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Berlin comes to London! The Berliner Philharmoniker 2012-13 season began on 24th August with a gala concert featuring Witold Lutoslawski.and Johannes Brahms. (Read more HERE). The exact same programme at the BBC Proms, London on 31st August. Compare the two performances - the Berlin one on the Berliner Philharmoniker site and the London one on BBC Radio 3. The difference is striking!

In Berlin, the Berliners play in the Philharmonie, noted for its good acoustic, to a reverent audience for whom music and the Berliner music year are serious things indeed. In London, they're playing at the Royal Albert Hall with its dodgy acoustic but unmistakable party atmosphere. So in Berlin, exqusite, dedicated performances. And in London, cheerful good fun. Both approaches perfectly compatible, neither necessarily "better" than the other. You need to hear both performances. Orchestras tour these days and festivals feature the same items, but no two performances are ever really alike.

First a nice safe standard : Brahms Piano Concerto no 2 in B flat major, with Yefim Bronfman. No surprises, with a soloist this good and an orchestra who have the piece in their genes.  But was the Royal Albert Hall playing tricks? I kept hearing stamping noises behind, then realized that it wasn't someone in the audience but Bronfman himself, merrily stamping his feet as he played. The quirks of the RAH acoustic bounced the sound off the platform into the stalls. Since Bronfman's a musician in every way the extra percussion he contributed worked quite well in its own strange way. Perfection we can hear anytime, but sound effects like this are rare. Evidently, Bronfman was happy and conveyed his joie de vivre to the orchestra and to the audience (most of whom wouldn't have heard the secret extras) (it's almost certainly not audible on the BBC broadcast).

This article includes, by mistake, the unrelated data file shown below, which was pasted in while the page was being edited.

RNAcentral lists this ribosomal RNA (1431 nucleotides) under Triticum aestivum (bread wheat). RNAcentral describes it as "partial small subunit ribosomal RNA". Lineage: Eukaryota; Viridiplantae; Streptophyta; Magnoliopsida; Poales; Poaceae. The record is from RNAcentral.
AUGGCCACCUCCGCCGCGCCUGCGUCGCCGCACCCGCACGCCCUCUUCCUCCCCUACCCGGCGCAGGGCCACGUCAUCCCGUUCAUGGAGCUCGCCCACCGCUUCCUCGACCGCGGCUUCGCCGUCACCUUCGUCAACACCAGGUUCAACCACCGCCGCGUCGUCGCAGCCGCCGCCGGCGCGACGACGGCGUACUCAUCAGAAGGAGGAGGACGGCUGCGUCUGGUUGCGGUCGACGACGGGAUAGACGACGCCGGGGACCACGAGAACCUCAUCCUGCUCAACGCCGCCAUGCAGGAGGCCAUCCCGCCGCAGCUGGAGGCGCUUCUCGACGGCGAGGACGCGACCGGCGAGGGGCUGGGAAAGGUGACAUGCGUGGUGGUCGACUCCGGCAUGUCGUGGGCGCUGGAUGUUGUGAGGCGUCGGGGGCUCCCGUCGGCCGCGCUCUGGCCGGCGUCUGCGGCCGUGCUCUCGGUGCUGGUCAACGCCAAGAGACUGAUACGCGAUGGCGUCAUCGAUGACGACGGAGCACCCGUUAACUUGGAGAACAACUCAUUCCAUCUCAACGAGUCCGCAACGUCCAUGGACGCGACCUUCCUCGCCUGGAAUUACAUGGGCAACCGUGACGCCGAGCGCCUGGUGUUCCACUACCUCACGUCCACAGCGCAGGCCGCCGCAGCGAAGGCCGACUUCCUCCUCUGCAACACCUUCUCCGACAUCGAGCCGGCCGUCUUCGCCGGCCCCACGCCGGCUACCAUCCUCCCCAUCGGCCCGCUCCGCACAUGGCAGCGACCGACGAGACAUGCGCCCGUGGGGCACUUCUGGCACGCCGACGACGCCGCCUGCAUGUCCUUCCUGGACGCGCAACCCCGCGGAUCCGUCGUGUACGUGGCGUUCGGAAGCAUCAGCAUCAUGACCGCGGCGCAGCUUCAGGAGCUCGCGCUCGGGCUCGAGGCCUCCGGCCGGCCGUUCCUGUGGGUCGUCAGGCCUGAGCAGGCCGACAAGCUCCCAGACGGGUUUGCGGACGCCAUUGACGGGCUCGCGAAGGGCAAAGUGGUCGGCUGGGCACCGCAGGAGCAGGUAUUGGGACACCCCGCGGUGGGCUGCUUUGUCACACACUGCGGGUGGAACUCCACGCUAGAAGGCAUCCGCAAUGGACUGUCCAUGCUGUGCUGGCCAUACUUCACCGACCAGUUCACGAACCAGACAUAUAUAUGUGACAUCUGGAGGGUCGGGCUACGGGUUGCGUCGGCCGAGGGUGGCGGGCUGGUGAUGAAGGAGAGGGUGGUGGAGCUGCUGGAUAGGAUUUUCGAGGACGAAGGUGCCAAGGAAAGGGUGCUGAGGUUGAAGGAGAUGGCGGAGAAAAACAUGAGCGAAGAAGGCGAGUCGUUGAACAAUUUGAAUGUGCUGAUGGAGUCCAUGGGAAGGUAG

Fairly routine playing otherwise, but the Berliners are so good that even when they let their hair down (so to speak) they are still more interesting than anyone else. Besides, the compensation is seeing them all looking relaxed and laid back. This concerto is a big beast, the sort of thing that appeals to those who like their music as red meat, with gravy and a strong cigar. On the other hand, its finest moments are quieter and more piquant.

I use this metaphor deliberately, becuase in an interview Simon Rattle gave recently, he referred to a conversation he had with Lutoslawski. "Usually I'm the mustard" said the composer, "in concerts full of beefsteak".  For a change, said Lutoslawski, he wanted to be the beefsteak. And so Rattle and the Berliners delivered. While the Brahms performance was straightforward, for Lutoslawski. the orchestra pulled out all the stops. Very detailed, precise playing. Multiple layers of sound yet never muddied or confused. Major focus on the twelve brass players, each with interesting parts, solo and together: they're ranged in a line for visual as well as aural impact. So much is going on in this 35-minute piece that conducting it must be like juggling. Each element seems to function with its own dynamic, manic but carefully marshalled. Dark meat but palateable and enough mustard to spice things up. Overall the effect is freewheeling though purposeful  energy. The Proms audience loved it, stomping their feet for more.

Between the revolution in Poland in 1989 and the composer's death in 1994, he conducted his own music in Britain, including  a performance of the Third Symphony at the then cuting edge Newbury Festival. To my regret I didn't go, thinking it might be "too difficult"for me.(though I had no trouble with Nono and Szymanowski). Yet Lutoslawski is perfectly accessible, and even Cage influenced fun, (more here) as this Proms audience discovered. So even if you missed the Prom live, catch it on broadcast (the Berliner Philharmoniker version in perpetual archive).
5 years ago | Read Full Story
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